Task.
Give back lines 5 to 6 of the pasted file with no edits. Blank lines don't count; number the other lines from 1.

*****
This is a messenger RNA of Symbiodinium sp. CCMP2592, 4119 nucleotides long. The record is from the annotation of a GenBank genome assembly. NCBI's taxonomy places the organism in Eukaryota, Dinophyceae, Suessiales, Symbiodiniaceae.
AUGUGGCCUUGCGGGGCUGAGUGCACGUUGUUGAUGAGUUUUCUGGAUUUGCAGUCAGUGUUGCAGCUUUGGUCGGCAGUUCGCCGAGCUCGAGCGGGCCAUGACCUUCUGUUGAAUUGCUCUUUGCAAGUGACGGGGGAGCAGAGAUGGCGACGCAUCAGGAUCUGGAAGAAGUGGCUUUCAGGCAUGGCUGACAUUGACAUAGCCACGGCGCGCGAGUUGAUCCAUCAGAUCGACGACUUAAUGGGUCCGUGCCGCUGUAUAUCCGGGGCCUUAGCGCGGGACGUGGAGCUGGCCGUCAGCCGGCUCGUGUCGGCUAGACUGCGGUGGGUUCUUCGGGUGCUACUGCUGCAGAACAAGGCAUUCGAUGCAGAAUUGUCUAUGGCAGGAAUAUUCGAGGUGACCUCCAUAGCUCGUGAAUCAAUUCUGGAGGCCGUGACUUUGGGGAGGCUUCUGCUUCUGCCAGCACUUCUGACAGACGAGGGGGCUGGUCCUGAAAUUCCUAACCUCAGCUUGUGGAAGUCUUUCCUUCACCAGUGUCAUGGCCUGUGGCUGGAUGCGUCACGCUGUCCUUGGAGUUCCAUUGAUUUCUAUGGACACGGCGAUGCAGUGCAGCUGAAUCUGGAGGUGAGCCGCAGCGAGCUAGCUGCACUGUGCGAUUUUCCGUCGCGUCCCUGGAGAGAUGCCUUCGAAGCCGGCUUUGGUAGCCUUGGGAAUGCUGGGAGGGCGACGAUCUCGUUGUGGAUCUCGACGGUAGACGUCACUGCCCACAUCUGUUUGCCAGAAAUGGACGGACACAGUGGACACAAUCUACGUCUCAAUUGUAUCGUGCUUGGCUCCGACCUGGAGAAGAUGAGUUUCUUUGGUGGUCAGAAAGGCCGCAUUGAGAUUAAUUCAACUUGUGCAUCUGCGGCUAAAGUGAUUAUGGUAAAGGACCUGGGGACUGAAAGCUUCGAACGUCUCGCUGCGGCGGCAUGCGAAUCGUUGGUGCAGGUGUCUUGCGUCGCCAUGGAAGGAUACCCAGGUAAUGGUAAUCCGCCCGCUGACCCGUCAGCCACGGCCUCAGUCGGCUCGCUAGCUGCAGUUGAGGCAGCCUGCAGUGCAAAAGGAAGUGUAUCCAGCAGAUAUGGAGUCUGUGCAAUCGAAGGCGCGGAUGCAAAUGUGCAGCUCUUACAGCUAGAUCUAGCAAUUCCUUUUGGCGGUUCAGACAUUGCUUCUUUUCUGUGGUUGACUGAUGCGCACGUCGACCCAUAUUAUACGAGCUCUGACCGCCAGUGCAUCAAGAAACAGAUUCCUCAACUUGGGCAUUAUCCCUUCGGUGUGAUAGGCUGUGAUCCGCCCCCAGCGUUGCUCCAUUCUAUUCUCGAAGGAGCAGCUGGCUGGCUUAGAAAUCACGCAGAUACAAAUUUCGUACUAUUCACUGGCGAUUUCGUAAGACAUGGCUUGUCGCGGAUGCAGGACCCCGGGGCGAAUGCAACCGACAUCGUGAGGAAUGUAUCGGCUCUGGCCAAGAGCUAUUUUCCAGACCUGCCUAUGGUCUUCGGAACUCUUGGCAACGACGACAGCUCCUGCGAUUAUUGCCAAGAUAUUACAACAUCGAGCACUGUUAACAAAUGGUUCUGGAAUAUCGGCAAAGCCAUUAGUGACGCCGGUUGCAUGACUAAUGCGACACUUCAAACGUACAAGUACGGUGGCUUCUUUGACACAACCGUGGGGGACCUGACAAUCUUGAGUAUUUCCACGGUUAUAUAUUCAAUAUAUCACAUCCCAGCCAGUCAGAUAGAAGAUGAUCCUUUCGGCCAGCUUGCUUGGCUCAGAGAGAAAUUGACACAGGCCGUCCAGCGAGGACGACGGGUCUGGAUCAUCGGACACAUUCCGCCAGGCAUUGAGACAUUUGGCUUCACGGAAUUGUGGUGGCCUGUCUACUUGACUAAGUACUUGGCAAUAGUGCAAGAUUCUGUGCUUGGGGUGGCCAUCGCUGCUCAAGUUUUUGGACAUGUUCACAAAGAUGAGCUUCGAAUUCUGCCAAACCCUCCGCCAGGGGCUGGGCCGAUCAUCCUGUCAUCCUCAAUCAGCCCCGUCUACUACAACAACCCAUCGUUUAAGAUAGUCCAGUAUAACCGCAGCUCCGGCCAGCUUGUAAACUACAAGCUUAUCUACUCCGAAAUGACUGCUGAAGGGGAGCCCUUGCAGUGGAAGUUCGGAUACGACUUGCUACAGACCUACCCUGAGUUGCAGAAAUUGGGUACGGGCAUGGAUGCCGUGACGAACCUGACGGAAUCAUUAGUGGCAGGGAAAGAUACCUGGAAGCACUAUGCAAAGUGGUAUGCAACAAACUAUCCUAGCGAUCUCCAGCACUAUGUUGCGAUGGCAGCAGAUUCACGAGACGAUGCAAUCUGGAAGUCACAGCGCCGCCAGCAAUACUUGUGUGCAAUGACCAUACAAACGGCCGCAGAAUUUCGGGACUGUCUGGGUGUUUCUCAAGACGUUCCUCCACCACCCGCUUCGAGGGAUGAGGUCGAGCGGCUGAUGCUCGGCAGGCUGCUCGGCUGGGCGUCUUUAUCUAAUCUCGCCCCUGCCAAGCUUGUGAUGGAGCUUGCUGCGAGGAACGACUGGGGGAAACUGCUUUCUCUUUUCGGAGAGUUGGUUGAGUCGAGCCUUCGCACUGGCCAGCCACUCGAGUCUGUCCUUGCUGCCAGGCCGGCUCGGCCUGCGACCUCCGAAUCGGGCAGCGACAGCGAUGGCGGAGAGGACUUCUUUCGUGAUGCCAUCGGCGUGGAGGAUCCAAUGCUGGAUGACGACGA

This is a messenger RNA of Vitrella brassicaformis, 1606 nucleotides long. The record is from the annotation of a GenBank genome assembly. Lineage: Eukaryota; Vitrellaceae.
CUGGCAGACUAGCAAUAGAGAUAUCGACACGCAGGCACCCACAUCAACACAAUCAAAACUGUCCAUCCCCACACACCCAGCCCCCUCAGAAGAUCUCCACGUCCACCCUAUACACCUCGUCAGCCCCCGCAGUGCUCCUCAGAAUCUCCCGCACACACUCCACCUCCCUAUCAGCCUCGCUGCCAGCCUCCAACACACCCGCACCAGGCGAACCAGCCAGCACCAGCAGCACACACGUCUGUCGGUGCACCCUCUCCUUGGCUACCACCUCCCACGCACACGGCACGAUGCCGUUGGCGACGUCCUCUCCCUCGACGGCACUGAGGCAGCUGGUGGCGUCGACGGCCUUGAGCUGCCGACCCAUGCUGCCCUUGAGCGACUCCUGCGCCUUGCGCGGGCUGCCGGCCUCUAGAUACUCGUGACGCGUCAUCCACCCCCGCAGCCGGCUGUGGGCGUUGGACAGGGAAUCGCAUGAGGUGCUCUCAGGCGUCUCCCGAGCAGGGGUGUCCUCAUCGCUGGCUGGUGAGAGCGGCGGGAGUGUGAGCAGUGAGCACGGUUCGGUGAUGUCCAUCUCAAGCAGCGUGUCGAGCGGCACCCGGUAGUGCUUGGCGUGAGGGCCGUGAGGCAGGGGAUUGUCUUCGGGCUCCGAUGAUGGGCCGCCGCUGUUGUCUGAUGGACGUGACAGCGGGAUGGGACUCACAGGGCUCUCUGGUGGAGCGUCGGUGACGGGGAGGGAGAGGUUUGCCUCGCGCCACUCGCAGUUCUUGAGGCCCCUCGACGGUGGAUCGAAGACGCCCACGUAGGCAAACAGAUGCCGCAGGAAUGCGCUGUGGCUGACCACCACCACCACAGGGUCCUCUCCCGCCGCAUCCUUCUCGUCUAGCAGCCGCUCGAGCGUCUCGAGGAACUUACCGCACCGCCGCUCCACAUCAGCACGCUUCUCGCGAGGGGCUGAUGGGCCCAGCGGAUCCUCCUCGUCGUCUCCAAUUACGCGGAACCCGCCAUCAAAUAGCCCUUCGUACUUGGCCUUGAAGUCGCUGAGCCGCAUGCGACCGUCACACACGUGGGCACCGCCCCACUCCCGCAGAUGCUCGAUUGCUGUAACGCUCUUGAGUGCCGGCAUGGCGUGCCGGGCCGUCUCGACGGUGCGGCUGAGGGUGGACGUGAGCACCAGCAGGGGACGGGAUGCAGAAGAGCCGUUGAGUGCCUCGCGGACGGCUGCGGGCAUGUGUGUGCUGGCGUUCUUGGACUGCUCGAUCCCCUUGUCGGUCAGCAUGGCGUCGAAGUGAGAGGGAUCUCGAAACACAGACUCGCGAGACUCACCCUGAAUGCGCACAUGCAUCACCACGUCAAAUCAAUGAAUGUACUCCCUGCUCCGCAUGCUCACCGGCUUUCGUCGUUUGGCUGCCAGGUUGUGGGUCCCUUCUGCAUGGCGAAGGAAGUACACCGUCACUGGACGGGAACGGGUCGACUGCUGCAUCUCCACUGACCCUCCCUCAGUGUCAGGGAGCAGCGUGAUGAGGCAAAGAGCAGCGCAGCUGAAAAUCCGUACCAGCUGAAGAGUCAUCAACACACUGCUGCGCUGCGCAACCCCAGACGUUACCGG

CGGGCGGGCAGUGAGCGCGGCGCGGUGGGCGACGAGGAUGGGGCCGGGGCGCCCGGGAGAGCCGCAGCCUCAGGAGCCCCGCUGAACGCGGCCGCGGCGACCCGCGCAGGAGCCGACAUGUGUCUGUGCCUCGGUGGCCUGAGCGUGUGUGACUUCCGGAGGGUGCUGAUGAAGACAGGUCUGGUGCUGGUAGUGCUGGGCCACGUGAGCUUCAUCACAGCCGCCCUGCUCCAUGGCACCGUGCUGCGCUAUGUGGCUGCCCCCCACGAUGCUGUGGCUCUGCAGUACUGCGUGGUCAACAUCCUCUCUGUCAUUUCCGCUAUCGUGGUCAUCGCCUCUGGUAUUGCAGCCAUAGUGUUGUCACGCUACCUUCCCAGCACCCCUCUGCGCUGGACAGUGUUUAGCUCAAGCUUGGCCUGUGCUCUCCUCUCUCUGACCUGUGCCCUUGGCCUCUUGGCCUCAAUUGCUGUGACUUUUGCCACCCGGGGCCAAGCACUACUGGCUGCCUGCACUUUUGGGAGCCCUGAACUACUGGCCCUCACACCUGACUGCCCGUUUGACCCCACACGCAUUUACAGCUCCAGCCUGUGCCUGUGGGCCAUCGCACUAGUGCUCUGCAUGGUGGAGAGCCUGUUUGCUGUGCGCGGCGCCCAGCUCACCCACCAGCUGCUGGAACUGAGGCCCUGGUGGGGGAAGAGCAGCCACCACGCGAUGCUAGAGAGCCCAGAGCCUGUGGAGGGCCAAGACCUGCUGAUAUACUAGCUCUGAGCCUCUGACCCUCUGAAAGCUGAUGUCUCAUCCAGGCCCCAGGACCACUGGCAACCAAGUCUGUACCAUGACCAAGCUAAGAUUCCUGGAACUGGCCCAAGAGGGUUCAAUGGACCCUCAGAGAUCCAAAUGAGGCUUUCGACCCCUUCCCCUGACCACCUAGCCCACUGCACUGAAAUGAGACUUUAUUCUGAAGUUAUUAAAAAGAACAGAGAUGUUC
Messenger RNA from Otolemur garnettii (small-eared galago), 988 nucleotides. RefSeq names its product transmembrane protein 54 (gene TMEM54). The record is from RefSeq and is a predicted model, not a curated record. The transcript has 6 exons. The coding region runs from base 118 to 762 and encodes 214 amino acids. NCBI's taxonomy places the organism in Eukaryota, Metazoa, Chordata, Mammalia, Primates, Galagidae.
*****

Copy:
CGGGCGGGCAGUGAGCGCGGCGCGGUGGGCGACGAGGAUGGGGCCGGGGCGCCCGGGAGAGCCGCAGCCUCAGGAGCCCCGCUGAACGCGGCCGCGGCGACCCGCGCAGGAGCCGACAUGUGUCUGUGCCUCGGUGGCCUGAGCGUGUGUGACUUCCGGAGGGUGCUGAUGAAGACAGGUCUGGUGCUGGUAGUGCUGGGCCACGUGAGCUUCAUCACAGCCGCCCUGCUCCAUGGCACCGUGCUGCGCUAUGUGGCUGCCCCCCACGAUGCUGUGGCUCUGCAGUACUGCGUGGUCAACAUCCUCUCUGUCAUUUCCGCUAUCGUGGUCAUCGCCUCUGGUAUUGCAGCCAUAGUGUUGUCACGCUACCUUCCCAGCACCCCUCUGCGCUGGACAGUGUUUAGCUCAAGCUUGGCCUGUGCUCUCCUCUCUCUGACCUGUGCCCUUGGCCUCUUGGCCUCAAUUGCUGUGACUUUUGCCACCCGGGGCCAAGCACUACUGGCUGCCUGCACUUUUGGGAGCCCUGAACUACUGGCCCUCACACCUGACUGCCCGUUUGACCCCACACGCAUUUACAGCUCCAGCCUGUGCCUGUGGGCCAUCGCACUAGUGCUCUGCAUGGUGGAGAGCCUGUUUGCUGUGCGCGGCGCCCAGCUCACCCACCAGCUGCUGGAACUGAGGCCCUGGUGGGGGAAGAGCAGCCACCACGCGAUGCUAGAGAGCCCAGAGCCUGUGGAGGGCCAAGACCUGCUGAUAUACUAGCUCUGAGCCUCUGACCCUCUGAAAGCUGAUGUCUCAUCCAGGCCCCAGGACCACUGGCAACCAAGUCUGUACCAUGACCAAGCUAAGAUUCCUGGAACUGGCCCAAGAGGGUUCAAUGGACCCUCAGAGAUCCAAAUGAGGCUUUCGACCCCUUCCCCUGACCACCUAGCCCACUGCACUGAAAUGAGACUUUAUUCUGAAGUUAUUAAAAAGAACAGAGAUGUUC
Messenger RNA from Otolemur garnettii (small-eared galago), 988 nucleotides. RefSeq names its product transmembrane protein 54 (gene TMEM54). The record is from RefSeq and is a predicted model, not a curated record. The transcript has 6 exons. The coding region runs from base 118 to 762 and encodes 214 amino acids. NCBI's taxonomy places the organism in Eukaryota, Metazoa, Chordata, Mammalia, Primates, Galagidae.